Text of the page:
Hi. I'm back from Texas and have a review up over at Un:Bound for Joe Halderman's award winning novel The Forever War. Halderman himself is a veteran of the Vietnam War, and his novel presents an honest, frank look at the life of an ordinary soldier, complete with the sense of loss and dislocation upon their return to a home that is as a foreign as the locales they fought in.
Exceprt below, link to the full review at the bottom:
Is it possible for a book to be both timely and timeless? The Forever War by Joe Halderman makes a great case for it. Halderman, a Vietnam veteran and recipient of a Purple Heart, wrote The Forever War back in 1975, fashioning a hardcore military tale from a grunt's point of view that swept all the major awards, including the Hugo, Nebula, and Locus Awards for Best Novel that year, and served as a foundation and template for what would become a growing sub-genre within science fiction.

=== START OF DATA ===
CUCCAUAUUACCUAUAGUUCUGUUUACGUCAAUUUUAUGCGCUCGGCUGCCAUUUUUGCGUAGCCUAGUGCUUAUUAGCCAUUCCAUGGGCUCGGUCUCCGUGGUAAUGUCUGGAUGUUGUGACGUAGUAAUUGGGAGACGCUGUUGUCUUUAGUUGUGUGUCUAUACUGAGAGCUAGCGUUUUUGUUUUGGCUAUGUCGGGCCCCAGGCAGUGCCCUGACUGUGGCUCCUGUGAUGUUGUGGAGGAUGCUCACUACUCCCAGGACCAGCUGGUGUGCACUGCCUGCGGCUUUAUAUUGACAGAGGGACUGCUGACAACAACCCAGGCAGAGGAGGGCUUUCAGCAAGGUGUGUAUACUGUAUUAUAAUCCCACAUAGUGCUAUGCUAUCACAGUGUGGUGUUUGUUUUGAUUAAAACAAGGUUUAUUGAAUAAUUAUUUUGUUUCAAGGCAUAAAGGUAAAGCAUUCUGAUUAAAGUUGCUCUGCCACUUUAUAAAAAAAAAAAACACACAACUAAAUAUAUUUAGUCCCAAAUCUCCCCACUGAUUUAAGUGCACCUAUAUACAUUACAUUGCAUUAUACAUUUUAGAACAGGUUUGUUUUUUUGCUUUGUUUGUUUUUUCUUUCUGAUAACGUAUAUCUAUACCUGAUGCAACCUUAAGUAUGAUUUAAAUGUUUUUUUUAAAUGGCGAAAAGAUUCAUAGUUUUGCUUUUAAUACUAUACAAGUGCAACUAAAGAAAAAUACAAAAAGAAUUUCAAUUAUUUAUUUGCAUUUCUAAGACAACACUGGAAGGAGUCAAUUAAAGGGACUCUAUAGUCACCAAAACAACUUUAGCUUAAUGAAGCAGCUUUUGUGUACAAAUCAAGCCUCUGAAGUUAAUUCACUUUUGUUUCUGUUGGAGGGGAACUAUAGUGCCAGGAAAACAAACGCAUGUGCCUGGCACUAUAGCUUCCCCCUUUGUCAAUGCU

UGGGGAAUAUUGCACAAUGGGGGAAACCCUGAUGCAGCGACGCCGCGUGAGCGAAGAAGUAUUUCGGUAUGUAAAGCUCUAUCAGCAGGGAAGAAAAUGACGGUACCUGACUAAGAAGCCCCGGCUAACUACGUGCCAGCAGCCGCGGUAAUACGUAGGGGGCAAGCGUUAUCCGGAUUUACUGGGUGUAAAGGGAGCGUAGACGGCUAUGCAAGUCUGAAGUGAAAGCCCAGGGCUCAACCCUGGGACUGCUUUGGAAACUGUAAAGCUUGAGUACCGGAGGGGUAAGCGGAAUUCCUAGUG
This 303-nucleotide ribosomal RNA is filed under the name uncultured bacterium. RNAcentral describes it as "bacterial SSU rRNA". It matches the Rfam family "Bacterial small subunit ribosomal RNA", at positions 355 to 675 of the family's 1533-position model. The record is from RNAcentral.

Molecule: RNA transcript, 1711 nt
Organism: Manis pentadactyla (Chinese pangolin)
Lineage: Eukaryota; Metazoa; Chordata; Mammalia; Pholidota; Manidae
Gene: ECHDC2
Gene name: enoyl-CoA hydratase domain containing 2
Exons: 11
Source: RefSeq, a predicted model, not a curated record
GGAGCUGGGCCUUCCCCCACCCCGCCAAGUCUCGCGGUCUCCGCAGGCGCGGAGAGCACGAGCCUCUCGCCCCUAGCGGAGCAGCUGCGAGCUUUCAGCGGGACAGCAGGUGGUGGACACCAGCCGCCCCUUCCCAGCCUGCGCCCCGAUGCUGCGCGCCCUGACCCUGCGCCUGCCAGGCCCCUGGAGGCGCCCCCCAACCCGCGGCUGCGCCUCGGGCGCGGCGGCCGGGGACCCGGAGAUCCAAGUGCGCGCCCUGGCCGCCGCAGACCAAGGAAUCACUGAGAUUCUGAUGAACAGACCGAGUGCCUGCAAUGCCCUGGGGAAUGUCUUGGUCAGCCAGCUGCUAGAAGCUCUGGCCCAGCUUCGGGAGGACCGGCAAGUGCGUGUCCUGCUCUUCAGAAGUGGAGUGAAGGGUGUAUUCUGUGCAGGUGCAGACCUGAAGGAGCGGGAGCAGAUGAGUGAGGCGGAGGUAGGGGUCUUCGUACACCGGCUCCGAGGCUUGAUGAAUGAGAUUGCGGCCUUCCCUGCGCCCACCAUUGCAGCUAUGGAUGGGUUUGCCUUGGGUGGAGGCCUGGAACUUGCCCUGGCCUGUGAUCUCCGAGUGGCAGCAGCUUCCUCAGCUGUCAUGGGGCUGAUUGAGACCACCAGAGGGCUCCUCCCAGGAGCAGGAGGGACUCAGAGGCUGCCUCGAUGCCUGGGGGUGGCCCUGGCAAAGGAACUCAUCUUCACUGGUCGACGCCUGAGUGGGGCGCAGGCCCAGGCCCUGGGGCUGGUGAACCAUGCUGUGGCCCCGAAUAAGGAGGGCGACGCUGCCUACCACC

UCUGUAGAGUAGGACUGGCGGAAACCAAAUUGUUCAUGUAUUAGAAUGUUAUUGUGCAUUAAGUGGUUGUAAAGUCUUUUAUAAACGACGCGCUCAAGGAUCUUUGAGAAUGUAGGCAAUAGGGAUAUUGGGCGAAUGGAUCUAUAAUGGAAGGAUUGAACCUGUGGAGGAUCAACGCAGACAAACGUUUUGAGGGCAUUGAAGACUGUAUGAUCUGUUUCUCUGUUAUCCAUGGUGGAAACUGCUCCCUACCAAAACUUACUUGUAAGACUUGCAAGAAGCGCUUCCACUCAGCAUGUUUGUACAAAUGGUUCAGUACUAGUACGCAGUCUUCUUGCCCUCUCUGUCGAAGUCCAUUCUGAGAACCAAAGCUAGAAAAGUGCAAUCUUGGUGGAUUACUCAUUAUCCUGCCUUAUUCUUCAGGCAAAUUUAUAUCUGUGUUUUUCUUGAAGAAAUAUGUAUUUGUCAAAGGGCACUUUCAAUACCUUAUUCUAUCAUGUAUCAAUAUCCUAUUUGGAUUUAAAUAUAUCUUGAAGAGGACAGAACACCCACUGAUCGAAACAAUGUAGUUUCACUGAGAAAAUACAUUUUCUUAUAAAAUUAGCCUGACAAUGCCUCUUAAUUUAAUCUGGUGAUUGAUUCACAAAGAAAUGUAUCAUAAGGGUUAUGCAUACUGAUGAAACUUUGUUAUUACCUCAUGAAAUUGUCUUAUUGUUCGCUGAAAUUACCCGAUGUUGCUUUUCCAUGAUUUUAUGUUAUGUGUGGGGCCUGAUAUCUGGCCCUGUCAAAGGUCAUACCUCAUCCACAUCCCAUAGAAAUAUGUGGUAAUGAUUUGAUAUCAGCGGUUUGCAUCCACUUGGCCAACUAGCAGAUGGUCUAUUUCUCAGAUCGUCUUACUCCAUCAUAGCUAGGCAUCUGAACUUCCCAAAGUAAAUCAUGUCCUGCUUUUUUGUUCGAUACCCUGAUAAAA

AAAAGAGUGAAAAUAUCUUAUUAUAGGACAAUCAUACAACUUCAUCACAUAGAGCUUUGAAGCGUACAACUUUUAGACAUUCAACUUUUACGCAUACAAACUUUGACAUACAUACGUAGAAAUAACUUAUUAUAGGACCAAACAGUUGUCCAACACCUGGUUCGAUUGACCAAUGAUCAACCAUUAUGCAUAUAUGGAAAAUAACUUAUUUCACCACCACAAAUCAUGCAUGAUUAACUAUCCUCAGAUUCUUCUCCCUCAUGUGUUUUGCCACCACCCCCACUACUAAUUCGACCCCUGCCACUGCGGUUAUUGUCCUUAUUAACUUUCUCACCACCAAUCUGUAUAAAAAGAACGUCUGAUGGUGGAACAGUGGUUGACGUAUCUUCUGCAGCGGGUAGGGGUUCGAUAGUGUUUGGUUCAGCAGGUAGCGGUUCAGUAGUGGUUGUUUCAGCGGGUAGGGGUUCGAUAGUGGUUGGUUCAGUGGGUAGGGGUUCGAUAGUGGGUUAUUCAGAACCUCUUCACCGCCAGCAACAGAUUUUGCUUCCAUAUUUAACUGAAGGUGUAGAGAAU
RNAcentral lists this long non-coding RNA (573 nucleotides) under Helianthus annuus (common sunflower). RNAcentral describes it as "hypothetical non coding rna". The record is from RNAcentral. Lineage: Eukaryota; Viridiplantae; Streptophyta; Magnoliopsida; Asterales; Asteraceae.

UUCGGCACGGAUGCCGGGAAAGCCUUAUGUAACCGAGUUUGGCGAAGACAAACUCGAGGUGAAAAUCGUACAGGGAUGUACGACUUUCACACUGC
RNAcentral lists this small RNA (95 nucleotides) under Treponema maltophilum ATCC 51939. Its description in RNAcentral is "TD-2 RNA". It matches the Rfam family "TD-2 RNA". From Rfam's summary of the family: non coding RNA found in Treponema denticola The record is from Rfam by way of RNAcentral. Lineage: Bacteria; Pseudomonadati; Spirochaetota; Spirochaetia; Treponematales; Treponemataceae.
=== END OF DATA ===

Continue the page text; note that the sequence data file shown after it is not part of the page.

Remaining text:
The story focuses on William Mandela, a physicist recruited for a military task force being set up to wage war against the Taurens, a hostile alien race that due to the immense distances between stars and the quirks of relativity, no one has ever seen. The novel walks through training and deployment on distance star gates that allow for instantaneous travel for the soldiers, even as the rest of the planet goes on for years. Halderman has a gifted imagination, going into a lot of detail on the ways and means of interstellar warfare, and the new technologies he conjures up have a hard basis in science. As William trains and learns to use the equipment that will save his life, the novel talks about the real implications of fighting in a war - the acceptable losses, the importance of training above all else, and the abject fear of fighting an enemy you can't see or even identify if you could.
Read the full review over at Un:Bound here.